TagsCatherine Feliciano-Chon, doyoucatchon, F&B, food, Food Trends, Future of Food, Market Researches & Trends, restaurants
With chefs trading in their aprons for brewskies, while brewers and distillers are cooking up a storm of their own, the lines between kitchen and bar become ever so hazy.
More and more fine dining chefs are giving in to their love of the malt and we’re not just referring to the allure of a freshly opened beer after a thirteen hour shift in the kitchen. Chefs are instilling their culinary creativity into their own brews. Chef-Owner of Amass, Copenhagen, Matt Orlando opened Broaden & Build on Refshaleøen with the aim of discover new flavors through a symbiotic combination of ingredients and techniques of both brewing and cooking, while drawing inspiration from local ingredients. Even Kyle Connaughton of three-starred Single Thread Farm (California) has partnered with Russian River Brewing Company to brew a domesticated wild ale in commemoration of their first anniversary.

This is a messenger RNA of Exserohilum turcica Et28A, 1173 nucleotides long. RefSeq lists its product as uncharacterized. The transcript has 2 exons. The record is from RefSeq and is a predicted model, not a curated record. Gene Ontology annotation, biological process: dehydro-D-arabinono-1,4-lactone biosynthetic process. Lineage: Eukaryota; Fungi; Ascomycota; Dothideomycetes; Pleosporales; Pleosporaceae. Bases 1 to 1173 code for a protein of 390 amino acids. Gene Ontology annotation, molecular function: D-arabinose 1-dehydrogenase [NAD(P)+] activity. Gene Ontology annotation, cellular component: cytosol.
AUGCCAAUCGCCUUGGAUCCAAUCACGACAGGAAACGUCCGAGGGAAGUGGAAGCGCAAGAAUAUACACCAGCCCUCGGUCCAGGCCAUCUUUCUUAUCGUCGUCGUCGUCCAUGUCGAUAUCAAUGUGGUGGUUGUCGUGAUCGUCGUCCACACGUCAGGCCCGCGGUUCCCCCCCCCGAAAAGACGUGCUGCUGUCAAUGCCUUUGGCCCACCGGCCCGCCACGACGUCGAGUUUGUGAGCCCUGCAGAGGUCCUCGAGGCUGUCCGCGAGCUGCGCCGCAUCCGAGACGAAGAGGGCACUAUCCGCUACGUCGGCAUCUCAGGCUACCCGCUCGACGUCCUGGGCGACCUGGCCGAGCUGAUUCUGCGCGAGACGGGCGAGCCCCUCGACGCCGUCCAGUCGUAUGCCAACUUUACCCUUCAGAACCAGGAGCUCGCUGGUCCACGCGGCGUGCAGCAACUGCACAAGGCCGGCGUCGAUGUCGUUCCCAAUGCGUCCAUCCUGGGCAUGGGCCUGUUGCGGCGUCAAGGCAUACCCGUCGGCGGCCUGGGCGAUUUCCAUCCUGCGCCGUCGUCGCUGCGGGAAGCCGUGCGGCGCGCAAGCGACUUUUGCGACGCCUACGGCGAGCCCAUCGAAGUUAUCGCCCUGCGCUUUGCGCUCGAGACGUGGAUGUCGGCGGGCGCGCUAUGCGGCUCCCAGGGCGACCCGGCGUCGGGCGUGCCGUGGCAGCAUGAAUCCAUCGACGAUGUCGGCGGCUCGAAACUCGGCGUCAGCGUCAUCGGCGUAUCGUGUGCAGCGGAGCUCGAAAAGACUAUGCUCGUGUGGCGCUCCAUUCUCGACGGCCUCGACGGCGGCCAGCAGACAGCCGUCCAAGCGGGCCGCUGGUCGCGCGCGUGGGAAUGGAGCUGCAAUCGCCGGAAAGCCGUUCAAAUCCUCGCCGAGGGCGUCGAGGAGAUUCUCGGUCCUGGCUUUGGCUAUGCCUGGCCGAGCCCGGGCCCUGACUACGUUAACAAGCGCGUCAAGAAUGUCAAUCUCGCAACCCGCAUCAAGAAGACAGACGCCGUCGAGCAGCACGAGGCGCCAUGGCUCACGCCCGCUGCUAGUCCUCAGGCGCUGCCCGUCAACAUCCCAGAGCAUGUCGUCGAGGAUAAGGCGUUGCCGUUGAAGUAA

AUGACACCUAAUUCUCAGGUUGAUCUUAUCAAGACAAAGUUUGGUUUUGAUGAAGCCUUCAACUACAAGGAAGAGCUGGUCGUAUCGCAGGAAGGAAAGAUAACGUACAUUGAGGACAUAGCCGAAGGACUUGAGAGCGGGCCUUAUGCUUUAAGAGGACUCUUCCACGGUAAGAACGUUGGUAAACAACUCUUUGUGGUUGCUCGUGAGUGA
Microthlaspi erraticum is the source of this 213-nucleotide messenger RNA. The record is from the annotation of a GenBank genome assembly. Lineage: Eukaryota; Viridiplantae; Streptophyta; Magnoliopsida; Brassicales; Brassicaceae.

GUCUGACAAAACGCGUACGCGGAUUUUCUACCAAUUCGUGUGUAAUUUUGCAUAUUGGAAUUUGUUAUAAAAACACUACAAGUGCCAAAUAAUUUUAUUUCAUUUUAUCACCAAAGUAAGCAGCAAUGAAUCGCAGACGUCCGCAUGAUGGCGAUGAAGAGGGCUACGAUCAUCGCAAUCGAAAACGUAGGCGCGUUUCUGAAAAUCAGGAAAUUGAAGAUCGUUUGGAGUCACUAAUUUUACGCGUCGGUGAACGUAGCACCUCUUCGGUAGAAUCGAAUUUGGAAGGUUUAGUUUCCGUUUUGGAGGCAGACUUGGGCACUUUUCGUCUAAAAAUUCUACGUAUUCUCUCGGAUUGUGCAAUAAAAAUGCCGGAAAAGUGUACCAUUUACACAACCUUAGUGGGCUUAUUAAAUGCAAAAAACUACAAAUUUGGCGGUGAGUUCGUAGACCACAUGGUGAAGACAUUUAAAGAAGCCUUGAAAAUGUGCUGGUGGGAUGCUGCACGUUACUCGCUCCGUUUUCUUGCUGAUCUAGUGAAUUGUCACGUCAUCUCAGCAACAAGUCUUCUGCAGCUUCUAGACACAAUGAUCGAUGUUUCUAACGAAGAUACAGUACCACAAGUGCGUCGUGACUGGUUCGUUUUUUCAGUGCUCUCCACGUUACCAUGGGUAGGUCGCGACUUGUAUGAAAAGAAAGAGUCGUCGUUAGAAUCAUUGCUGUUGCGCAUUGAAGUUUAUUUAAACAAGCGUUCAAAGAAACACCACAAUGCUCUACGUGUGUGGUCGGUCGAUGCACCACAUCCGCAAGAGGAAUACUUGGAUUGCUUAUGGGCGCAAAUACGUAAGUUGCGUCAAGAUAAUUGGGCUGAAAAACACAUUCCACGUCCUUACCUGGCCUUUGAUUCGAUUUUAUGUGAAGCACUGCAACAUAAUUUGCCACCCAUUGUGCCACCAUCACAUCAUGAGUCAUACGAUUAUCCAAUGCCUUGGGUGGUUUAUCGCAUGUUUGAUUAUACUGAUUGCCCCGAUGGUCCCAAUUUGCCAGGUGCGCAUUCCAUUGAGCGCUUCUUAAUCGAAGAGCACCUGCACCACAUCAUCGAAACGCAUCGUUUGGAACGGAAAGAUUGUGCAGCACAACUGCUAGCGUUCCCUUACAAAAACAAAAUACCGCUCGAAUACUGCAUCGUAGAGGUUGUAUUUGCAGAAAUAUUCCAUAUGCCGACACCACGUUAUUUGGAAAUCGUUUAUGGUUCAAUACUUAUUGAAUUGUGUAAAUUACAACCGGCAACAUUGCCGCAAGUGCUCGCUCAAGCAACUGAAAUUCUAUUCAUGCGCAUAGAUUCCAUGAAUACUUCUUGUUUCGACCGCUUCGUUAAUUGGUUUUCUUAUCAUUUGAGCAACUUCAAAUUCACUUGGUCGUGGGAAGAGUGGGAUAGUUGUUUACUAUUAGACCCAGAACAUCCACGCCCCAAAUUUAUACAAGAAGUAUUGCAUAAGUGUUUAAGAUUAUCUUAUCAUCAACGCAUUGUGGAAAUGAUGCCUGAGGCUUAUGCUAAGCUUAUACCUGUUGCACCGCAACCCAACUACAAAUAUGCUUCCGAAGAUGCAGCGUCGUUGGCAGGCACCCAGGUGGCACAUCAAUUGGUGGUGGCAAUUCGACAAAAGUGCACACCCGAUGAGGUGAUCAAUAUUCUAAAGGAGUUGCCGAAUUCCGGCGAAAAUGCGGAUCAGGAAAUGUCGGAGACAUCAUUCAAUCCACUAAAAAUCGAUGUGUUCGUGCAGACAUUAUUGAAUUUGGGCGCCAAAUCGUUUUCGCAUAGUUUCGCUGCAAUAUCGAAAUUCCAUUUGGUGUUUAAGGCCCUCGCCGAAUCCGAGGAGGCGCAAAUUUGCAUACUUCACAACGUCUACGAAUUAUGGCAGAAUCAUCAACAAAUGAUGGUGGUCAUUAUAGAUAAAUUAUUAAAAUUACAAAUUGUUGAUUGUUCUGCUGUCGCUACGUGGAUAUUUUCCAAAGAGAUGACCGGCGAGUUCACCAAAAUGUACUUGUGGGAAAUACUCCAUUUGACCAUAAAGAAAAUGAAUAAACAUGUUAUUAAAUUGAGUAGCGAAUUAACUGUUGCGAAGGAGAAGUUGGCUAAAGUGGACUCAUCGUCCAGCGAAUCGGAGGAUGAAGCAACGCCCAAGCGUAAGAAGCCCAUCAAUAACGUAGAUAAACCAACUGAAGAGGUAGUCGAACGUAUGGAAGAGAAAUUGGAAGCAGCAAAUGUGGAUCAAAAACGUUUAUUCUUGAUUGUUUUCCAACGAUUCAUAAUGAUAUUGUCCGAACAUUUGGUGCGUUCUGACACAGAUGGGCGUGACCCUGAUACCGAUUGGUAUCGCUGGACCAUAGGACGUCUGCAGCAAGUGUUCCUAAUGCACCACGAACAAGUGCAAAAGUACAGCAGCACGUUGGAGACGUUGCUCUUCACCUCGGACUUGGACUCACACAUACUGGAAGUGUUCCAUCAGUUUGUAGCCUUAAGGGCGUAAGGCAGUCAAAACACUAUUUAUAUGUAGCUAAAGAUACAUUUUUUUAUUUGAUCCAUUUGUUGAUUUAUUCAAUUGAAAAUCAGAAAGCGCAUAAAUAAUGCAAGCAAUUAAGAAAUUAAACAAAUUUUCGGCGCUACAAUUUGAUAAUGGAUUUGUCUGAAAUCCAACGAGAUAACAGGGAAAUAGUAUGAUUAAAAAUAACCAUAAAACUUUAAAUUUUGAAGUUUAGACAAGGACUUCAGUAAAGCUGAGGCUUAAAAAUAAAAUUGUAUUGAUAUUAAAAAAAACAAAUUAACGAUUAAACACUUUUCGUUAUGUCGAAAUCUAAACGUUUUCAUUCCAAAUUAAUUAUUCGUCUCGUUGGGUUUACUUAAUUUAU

On the flipside, we also see brewers and distillers trying their hand at making food (sort-of) to promote zero-waste. The stars have aligned for Mikkeller and Bean Geeks who came together to create Bean Geek Crunch; a rich and nutty Costa Rican dark chocolate with a slight citrusy twang, paired with caramelised beer malt sprinkled on the back of the bar. Even Australian gin distillery, Four Pillars, is getting in on the action. Pure Black Berkshire pigs in Yarra Valley are fed spent gin botanicals from the distillery, the pigs are then fed to the public in a series of nose-to-tail gin pig dinners hosted around Australia. Lastly, Empirical Spirits created a hot sauce from the spent habanero peppers used in the making of their fund-raising spirit “Fuck Trump and His Stupid Fucking Wall “.
In 2-4 years, we can definitely look forward to even more cross-pollination efforts between kitchen and bar. It will be interesting to see how a chef’s perspective can translate to beer and even other spirits, perhaps flavours from signature dishes can be distilled into brews, kitchen scraps could form the foundation for alcoholic brews, tasting menus could be developed from by-products and waste created by distilleries. It’s only early days and everyone’s just getting their toes wet.
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